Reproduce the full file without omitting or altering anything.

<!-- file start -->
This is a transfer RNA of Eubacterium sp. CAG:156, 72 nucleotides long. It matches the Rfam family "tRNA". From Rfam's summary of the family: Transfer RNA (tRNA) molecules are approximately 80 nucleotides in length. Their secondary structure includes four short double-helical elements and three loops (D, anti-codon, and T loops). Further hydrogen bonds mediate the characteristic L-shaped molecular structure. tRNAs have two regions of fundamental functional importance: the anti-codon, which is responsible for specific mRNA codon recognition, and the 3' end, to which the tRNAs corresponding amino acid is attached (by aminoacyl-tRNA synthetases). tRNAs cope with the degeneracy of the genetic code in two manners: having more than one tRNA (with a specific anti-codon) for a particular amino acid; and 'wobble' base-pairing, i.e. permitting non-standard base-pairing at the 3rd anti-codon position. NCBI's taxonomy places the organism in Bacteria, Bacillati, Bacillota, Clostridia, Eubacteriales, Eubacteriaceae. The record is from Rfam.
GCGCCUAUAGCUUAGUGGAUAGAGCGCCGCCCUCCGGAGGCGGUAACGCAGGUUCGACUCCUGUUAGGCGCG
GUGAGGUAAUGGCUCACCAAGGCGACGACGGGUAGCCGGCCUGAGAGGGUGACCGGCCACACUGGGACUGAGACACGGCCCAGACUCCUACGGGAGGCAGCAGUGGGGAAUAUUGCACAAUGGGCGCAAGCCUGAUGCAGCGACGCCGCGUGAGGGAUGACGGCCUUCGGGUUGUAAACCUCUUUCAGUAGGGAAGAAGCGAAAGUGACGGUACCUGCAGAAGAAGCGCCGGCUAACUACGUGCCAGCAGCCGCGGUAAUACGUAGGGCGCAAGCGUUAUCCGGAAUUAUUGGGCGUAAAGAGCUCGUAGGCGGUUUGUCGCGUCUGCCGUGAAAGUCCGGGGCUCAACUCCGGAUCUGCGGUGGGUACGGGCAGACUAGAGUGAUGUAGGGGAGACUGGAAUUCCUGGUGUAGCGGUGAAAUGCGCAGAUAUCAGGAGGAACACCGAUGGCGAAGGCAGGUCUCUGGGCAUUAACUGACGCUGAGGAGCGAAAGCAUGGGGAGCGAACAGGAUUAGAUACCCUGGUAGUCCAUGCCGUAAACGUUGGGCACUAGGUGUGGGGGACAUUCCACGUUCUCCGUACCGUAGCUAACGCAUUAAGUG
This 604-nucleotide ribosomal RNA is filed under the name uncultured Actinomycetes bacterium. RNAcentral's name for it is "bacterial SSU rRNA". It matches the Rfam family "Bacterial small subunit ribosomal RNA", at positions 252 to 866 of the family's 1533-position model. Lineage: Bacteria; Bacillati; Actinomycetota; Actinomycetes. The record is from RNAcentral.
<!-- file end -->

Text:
This is a transfer RNA of Eubacterium sp. CAG:156, 72 nucleotides long. It matches the Rfam family "tRNA". From Rfam's summary of the family: Transfer RNA (tRNA) molecules are approximately 80 nucleotides in length. Their secondary structure includes four short double-helical elements and three loops (D, anti-codon, and T loops). Further hydrogen bonds mediate the characteristic L-shaped molecular structure. tRNAs have two regions of fundamental functional importance: the anti-codon, which is responsible for specific mRNA codon recognition, and the 3' end, to which the tRNAs corresponding amino acid is attached (by aminoacyl-tRNA synthetases). tRNAs cope with the degeneracy of the genetic code in two manners: having more than one tRNA (with a specific anti-codon) for a particular amino acid; and 'wobble' base-pairing, i.e. permitting non-standard base-pairing at the 3rd anti-codon position. NCBI's taxonomy places the organism in Bacteria, Bacillati, Bacillota, Clostridia, Eubacteriales, Eubacteriaceae. The record is from Rfam.
GCGCCUAUAGCUUAGUGGAUAGAGCGCCGCCCUCCGGAGGCGGUAACGCAGGUUCGACUCCUGUUAGGCGCG
GUGAGGUAAUGGCUCACCAAGGCGACGACGGGUAGCCGGCCUGAGAGGGUGACCGGCCACACUGGGACUGAGACACGGCCCAGACUCCUACGGGAGGCAGCAGUGGGGAAUAUUGCACAAUGGGCGCAAGCCUGAUGCAGCGACGCCGCGUGAGGGAUGACGGCCUUCGGGUUGUAAACCUCUUUCAGUAGGGAAGAAGCGAAAGUGACGGUACCUGCAGAAGAAGCGCCGGCUAACUACGUGCCAGCAGCCGCGGUAAUACGUAGGGCGCAAGCGUUAUCCGGAAUUAUUGGGCGUAAAGAGCUCGUAGGCGGUUUGUCGCGUCUGCCGUGAAAGUCCGGGGCUCAACUCCGGAUCUGCGGUGGGUACGGGCAGACUAGAGUGAUGUAGGGGAGACUGGAAUUCCUGGUGUAGCGGUGAAAUGCGCAGAUAUCAGGAGGAACACCGAUGGCGAAGGCAGGUCUCUGGGCAUUAACUGACGCUGAGGAGCGAAAGCAUGGGGAGCGAACAGGAUUAGAUACCCUGGUAGUCCAUGCCGUAAACGUUGGGCACUAGGUGUGGGGGACAUUCCACGUUCUCCGUACCGUAGCUAACGCAUUAAGUG
This 604-nucleotide ribosomal RNA is filed under the name uncultured Actinomycetes bacterium. RNAcentral's name for it is "bacterial SSU rRNA". It matches the Rfam family "Bacterial small subunit ribosomal RNA", at positions 252 to 866 of the family's 1533-position model. Lineage: Bacteria; Bacillati; Actinomycetota; Actinomycetes. The record is from RNAcentral.